Goldstein
v.
Comm'r of Internal Revenue

Tax Court of the United States.Jun 12, 1956
26 T.C. 506 (U.S.T.C. 1956)

Docket Nos. 53136 56173.

1956-06-12

CELIA GOLDSTEIN, PETITIONER, v. COMMISSIONER OF INTERNAL REVENUE, RESPONDENT.

Joseph Shefner, Esq., for the petitioner. Claude R. Sanders, Esq., for the respondent.


Joseph Shefner, Esq., for the petitioner. Claude R. Sanders, Esq., for the respondent.

Under the terms of a trust created in 1949 by petitioner and her deceased husband for the benefit of their children, stock in a family corporation was transferred to the trustees with the provision that the corporation purchase each year so much of the trust stock as it shall determine and that the trustees will pay over the proceeds of such sale to the beneficiaries. In 1950 and 1951, petitioner contributed shares of stock in the corporation to the trust. Held, the gifts of stock in 1950 and 1951 were gifts of future interests within the meaning of section 1003(b)(3) of the Internal Revenue Code of 1939. Held, further, the amount of specific exemption to which petitioner is entitled on her 1950 gift tax return is as determined by respondent.

Respondent determined deficiencies in gift tax of petitioner as follows:

+--------------------+ ¦Year ¦Deficiency ¦ +------+-------------¦ ¦ ¦ ¦ +------+-------------¦ ¦1950 ¦$748.99 ¦ +------+-------------¦ ¦1951 ¦736.98 ¦ +--------------------+

The questions for decision are whether certain gifts of shares of stock made by petitioner in 1950 and 1951 in trust for the benefit of three of her children were gifts of future interests in property within the meaning of section 1003(b)(3) of the Internal Revenue Code of 1939, and the amount of specific exemption to which petitioner is entitled with respect to gifts made by her in 1950.

FINDINGS OF FACT.

Some of the facts are stipulated and are incorporated herein by this reference.

Petitioner resides at Minneapolis, Minnesota. She was the wife of Harry W. Goldstein, who dies testate on August 10, 1950. Bernard Gale, Jerome Gale, Eileen Winer, Leonard Gale, and Rita Abramson are the children of petitioner and Harry Goldstein. She filed gift tax returns for 1950 and 1951 with the collector of internal revenue for the district of Minnesota.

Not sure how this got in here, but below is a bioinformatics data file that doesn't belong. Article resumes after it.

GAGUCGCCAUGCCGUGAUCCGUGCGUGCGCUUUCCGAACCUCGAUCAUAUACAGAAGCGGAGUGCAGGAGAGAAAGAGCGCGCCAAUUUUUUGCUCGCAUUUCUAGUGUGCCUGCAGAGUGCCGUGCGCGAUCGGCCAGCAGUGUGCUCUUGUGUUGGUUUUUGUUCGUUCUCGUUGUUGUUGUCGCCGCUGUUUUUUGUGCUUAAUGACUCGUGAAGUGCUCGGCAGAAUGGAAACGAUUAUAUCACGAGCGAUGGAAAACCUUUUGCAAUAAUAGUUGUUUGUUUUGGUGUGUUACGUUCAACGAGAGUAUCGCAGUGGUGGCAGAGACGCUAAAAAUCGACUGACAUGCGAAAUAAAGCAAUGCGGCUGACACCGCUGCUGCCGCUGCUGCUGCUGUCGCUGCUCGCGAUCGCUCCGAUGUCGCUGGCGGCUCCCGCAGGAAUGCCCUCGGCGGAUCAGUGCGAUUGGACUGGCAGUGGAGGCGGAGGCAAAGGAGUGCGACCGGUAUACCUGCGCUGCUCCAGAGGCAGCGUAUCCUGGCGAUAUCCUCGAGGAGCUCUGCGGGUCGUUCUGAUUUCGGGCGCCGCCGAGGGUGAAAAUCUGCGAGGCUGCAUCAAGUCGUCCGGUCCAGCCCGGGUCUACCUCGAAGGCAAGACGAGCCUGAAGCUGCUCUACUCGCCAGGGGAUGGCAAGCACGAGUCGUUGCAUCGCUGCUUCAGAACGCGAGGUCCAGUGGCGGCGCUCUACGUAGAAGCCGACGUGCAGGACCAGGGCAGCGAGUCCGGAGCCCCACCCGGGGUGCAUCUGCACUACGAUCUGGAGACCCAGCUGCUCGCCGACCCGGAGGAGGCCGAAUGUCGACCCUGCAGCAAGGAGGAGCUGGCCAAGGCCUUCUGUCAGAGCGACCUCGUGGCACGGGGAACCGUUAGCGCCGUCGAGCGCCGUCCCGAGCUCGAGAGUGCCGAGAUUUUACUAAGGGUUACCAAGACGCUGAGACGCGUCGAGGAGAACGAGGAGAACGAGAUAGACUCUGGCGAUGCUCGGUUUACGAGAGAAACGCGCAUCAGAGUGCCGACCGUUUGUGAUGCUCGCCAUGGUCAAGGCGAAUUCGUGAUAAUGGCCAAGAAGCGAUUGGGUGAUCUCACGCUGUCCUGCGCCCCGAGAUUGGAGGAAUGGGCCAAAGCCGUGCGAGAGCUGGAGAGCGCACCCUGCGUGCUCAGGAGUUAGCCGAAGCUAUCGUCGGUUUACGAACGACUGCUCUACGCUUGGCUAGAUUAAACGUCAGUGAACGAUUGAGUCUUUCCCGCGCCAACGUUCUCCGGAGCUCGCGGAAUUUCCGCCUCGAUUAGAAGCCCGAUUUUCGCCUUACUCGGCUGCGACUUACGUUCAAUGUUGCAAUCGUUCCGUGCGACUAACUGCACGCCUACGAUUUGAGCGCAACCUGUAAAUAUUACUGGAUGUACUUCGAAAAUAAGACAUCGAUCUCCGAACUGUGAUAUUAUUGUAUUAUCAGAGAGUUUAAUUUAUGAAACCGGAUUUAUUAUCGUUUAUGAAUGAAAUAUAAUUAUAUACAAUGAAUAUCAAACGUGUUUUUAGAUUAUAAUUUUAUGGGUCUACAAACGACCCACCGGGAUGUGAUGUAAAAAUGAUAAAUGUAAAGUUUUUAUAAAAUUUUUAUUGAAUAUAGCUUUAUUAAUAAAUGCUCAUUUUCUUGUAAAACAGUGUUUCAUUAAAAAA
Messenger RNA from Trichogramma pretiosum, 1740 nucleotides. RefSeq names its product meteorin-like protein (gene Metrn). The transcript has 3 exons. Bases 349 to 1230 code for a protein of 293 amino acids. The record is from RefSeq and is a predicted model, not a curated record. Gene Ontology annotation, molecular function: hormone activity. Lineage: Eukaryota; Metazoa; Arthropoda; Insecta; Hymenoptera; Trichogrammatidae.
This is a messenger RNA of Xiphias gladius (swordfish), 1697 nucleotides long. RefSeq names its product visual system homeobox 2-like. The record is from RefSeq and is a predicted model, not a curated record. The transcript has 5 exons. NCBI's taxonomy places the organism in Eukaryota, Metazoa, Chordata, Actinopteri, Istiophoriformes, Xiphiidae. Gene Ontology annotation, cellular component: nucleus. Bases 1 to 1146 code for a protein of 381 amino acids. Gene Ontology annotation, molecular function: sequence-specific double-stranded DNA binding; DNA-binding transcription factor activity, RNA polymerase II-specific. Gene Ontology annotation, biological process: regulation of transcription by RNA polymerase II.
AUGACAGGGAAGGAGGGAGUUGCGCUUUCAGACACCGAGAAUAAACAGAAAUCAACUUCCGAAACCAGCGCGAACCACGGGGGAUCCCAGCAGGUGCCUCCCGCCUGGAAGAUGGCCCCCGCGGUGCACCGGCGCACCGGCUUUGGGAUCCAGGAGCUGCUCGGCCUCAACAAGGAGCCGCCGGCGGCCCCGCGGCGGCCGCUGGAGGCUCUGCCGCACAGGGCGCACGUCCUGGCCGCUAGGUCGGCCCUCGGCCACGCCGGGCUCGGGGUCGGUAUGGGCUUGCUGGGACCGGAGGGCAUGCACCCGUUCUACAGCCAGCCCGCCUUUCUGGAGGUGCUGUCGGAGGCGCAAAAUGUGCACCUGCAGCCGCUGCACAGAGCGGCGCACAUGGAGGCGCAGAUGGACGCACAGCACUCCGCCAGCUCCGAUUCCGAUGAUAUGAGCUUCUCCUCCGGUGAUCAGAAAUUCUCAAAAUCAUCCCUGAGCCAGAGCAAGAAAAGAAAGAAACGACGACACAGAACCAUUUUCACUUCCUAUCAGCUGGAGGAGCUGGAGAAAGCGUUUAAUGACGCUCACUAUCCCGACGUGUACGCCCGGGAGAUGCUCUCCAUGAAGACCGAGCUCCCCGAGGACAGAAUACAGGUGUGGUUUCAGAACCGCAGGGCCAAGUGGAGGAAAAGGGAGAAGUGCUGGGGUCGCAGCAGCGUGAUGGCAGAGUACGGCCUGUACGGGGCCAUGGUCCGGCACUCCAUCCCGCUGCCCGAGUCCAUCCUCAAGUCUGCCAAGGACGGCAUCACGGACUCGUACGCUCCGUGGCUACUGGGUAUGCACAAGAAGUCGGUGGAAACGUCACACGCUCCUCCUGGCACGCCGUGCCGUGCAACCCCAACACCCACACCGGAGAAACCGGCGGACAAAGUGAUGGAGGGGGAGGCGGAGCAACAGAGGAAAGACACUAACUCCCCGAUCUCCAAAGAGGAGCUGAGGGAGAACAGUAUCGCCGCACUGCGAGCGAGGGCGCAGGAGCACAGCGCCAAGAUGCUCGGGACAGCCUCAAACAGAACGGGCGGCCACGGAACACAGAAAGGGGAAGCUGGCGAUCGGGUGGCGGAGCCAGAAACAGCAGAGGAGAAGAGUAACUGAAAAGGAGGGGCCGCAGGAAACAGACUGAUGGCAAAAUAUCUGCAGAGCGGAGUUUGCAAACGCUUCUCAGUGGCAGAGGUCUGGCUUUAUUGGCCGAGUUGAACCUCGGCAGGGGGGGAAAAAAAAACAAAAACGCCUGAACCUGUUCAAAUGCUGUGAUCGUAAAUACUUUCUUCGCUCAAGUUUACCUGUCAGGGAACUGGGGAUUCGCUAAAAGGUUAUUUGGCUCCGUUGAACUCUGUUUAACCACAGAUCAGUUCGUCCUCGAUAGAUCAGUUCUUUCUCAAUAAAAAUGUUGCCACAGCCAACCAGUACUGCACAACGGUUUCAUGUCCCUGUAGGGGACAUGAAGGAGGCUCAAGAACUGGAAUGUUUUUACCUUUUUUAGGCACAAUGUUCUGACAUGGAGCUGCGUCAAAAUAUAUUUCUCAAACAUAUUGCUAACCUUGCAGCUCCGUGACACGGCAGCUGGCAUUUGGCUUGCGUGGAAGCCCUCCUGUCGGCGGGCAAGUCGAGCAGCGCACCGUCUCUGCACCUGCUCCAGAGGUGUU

On October 31, 1949, petitioner and her husband owned all of the outstanding capital stock of the Standard Plumbing Supply Co., Inc. (hereinafter referred to as the corporation), a corporation organized and existing under the laws of Minnesota, in the following amounts:

+-------------------------------------------------------------+ ¦ ¦No. of class A ¦No. of class B ¦ +------------------+-----------------------+------------------¦ ¦Stockholder ¦voting capital shares ¦nonvoting shares ¦ +------------------+-----------------------+------------------¦ ¦ ¦ ¦ ¦ +------------------+-----------------------+------------------¦ ¦Harry W. Goldstein¦5.1 ¦249.9 ¦ +------------------+-----------------------+------------------¦ ¦Celia Goldstein ¦4.9 ¦240.1 ¦ +-------------------------------------------------------------+

On December 27, 1949, petitioner, Harry Goldstein, the corporation, Joseph Shefner, Harry Gainsley, Bernard Gale, and Jerome Gale, entered into a trust agreement which provides, inter alia:

AGREEMENT

THIS AGREEMENT, made and entered into by and between:

Harry W. Goldstein, and Celia Goldstein, husband and wife, hereinafter referred to as Settlors;

Joseph Shefner and S. Harry Gainsley, hereinafter referred to as Trustees;

Standard Plumbing Supply Company, Inc., hereinafter referred to as Corporation;

and

Bernard Gale and Jerome Gale, two of the children of the above named Settlors.

WITNESSETH:

WHEREAS, the Settlor, Celia Goldstein, is the owner of 4.9 class ‘A’ capital voting shares and 240.1/10 class ‘B’ non-voting capital shares of the above named Corporation, and,

WHEREAS, the said Settlor, Harry W. Goldstein, is the owner of 5.1 class ‘A’ voting capital shares and 249.9/10 class ‘B’ non-voting capital shares of said corporation, and,

WHEREAS, the Settlors are the parents of children named as follows: Bernard Gale, Jerome Gale, Eileen Winer, Leonard Gale and Rita Abramson, and,

WHEREAS, the Settlor Celia Goldstein, has placed in the hands of said Trustees 54 class ‘B’ non-voting capital shares of said Corporation and contemplates placing additional shares in the hands of the Trustees from time to time hereafter, and,

WHEREAS, the Settlor, Harry W. Goldstein, has placed in the hands of said Trustees 4 class ‘B’ non-voting capital shares of said Corporation and likewise intends to place additional shares in the hands of said Trustees, from time to time, hereafter, and,

WHEREAS, it is the purpose of Settlors to preserve said corporation for their sons, Bernard and Jerome, but at the same time to provide a means by which the other three children can eventually obtain for themselves in money the book value of three-fifths of all of their shares in said Corporation either during their life time or after their death, and,

WHEREAS, the Settlors have prepared their Last Will and Testament by which, among other things, they have provided for the distribution of their class ‘A’ voting shares to their sons, Bernard and Jerome, equally, they being actively engaged in said corporate business,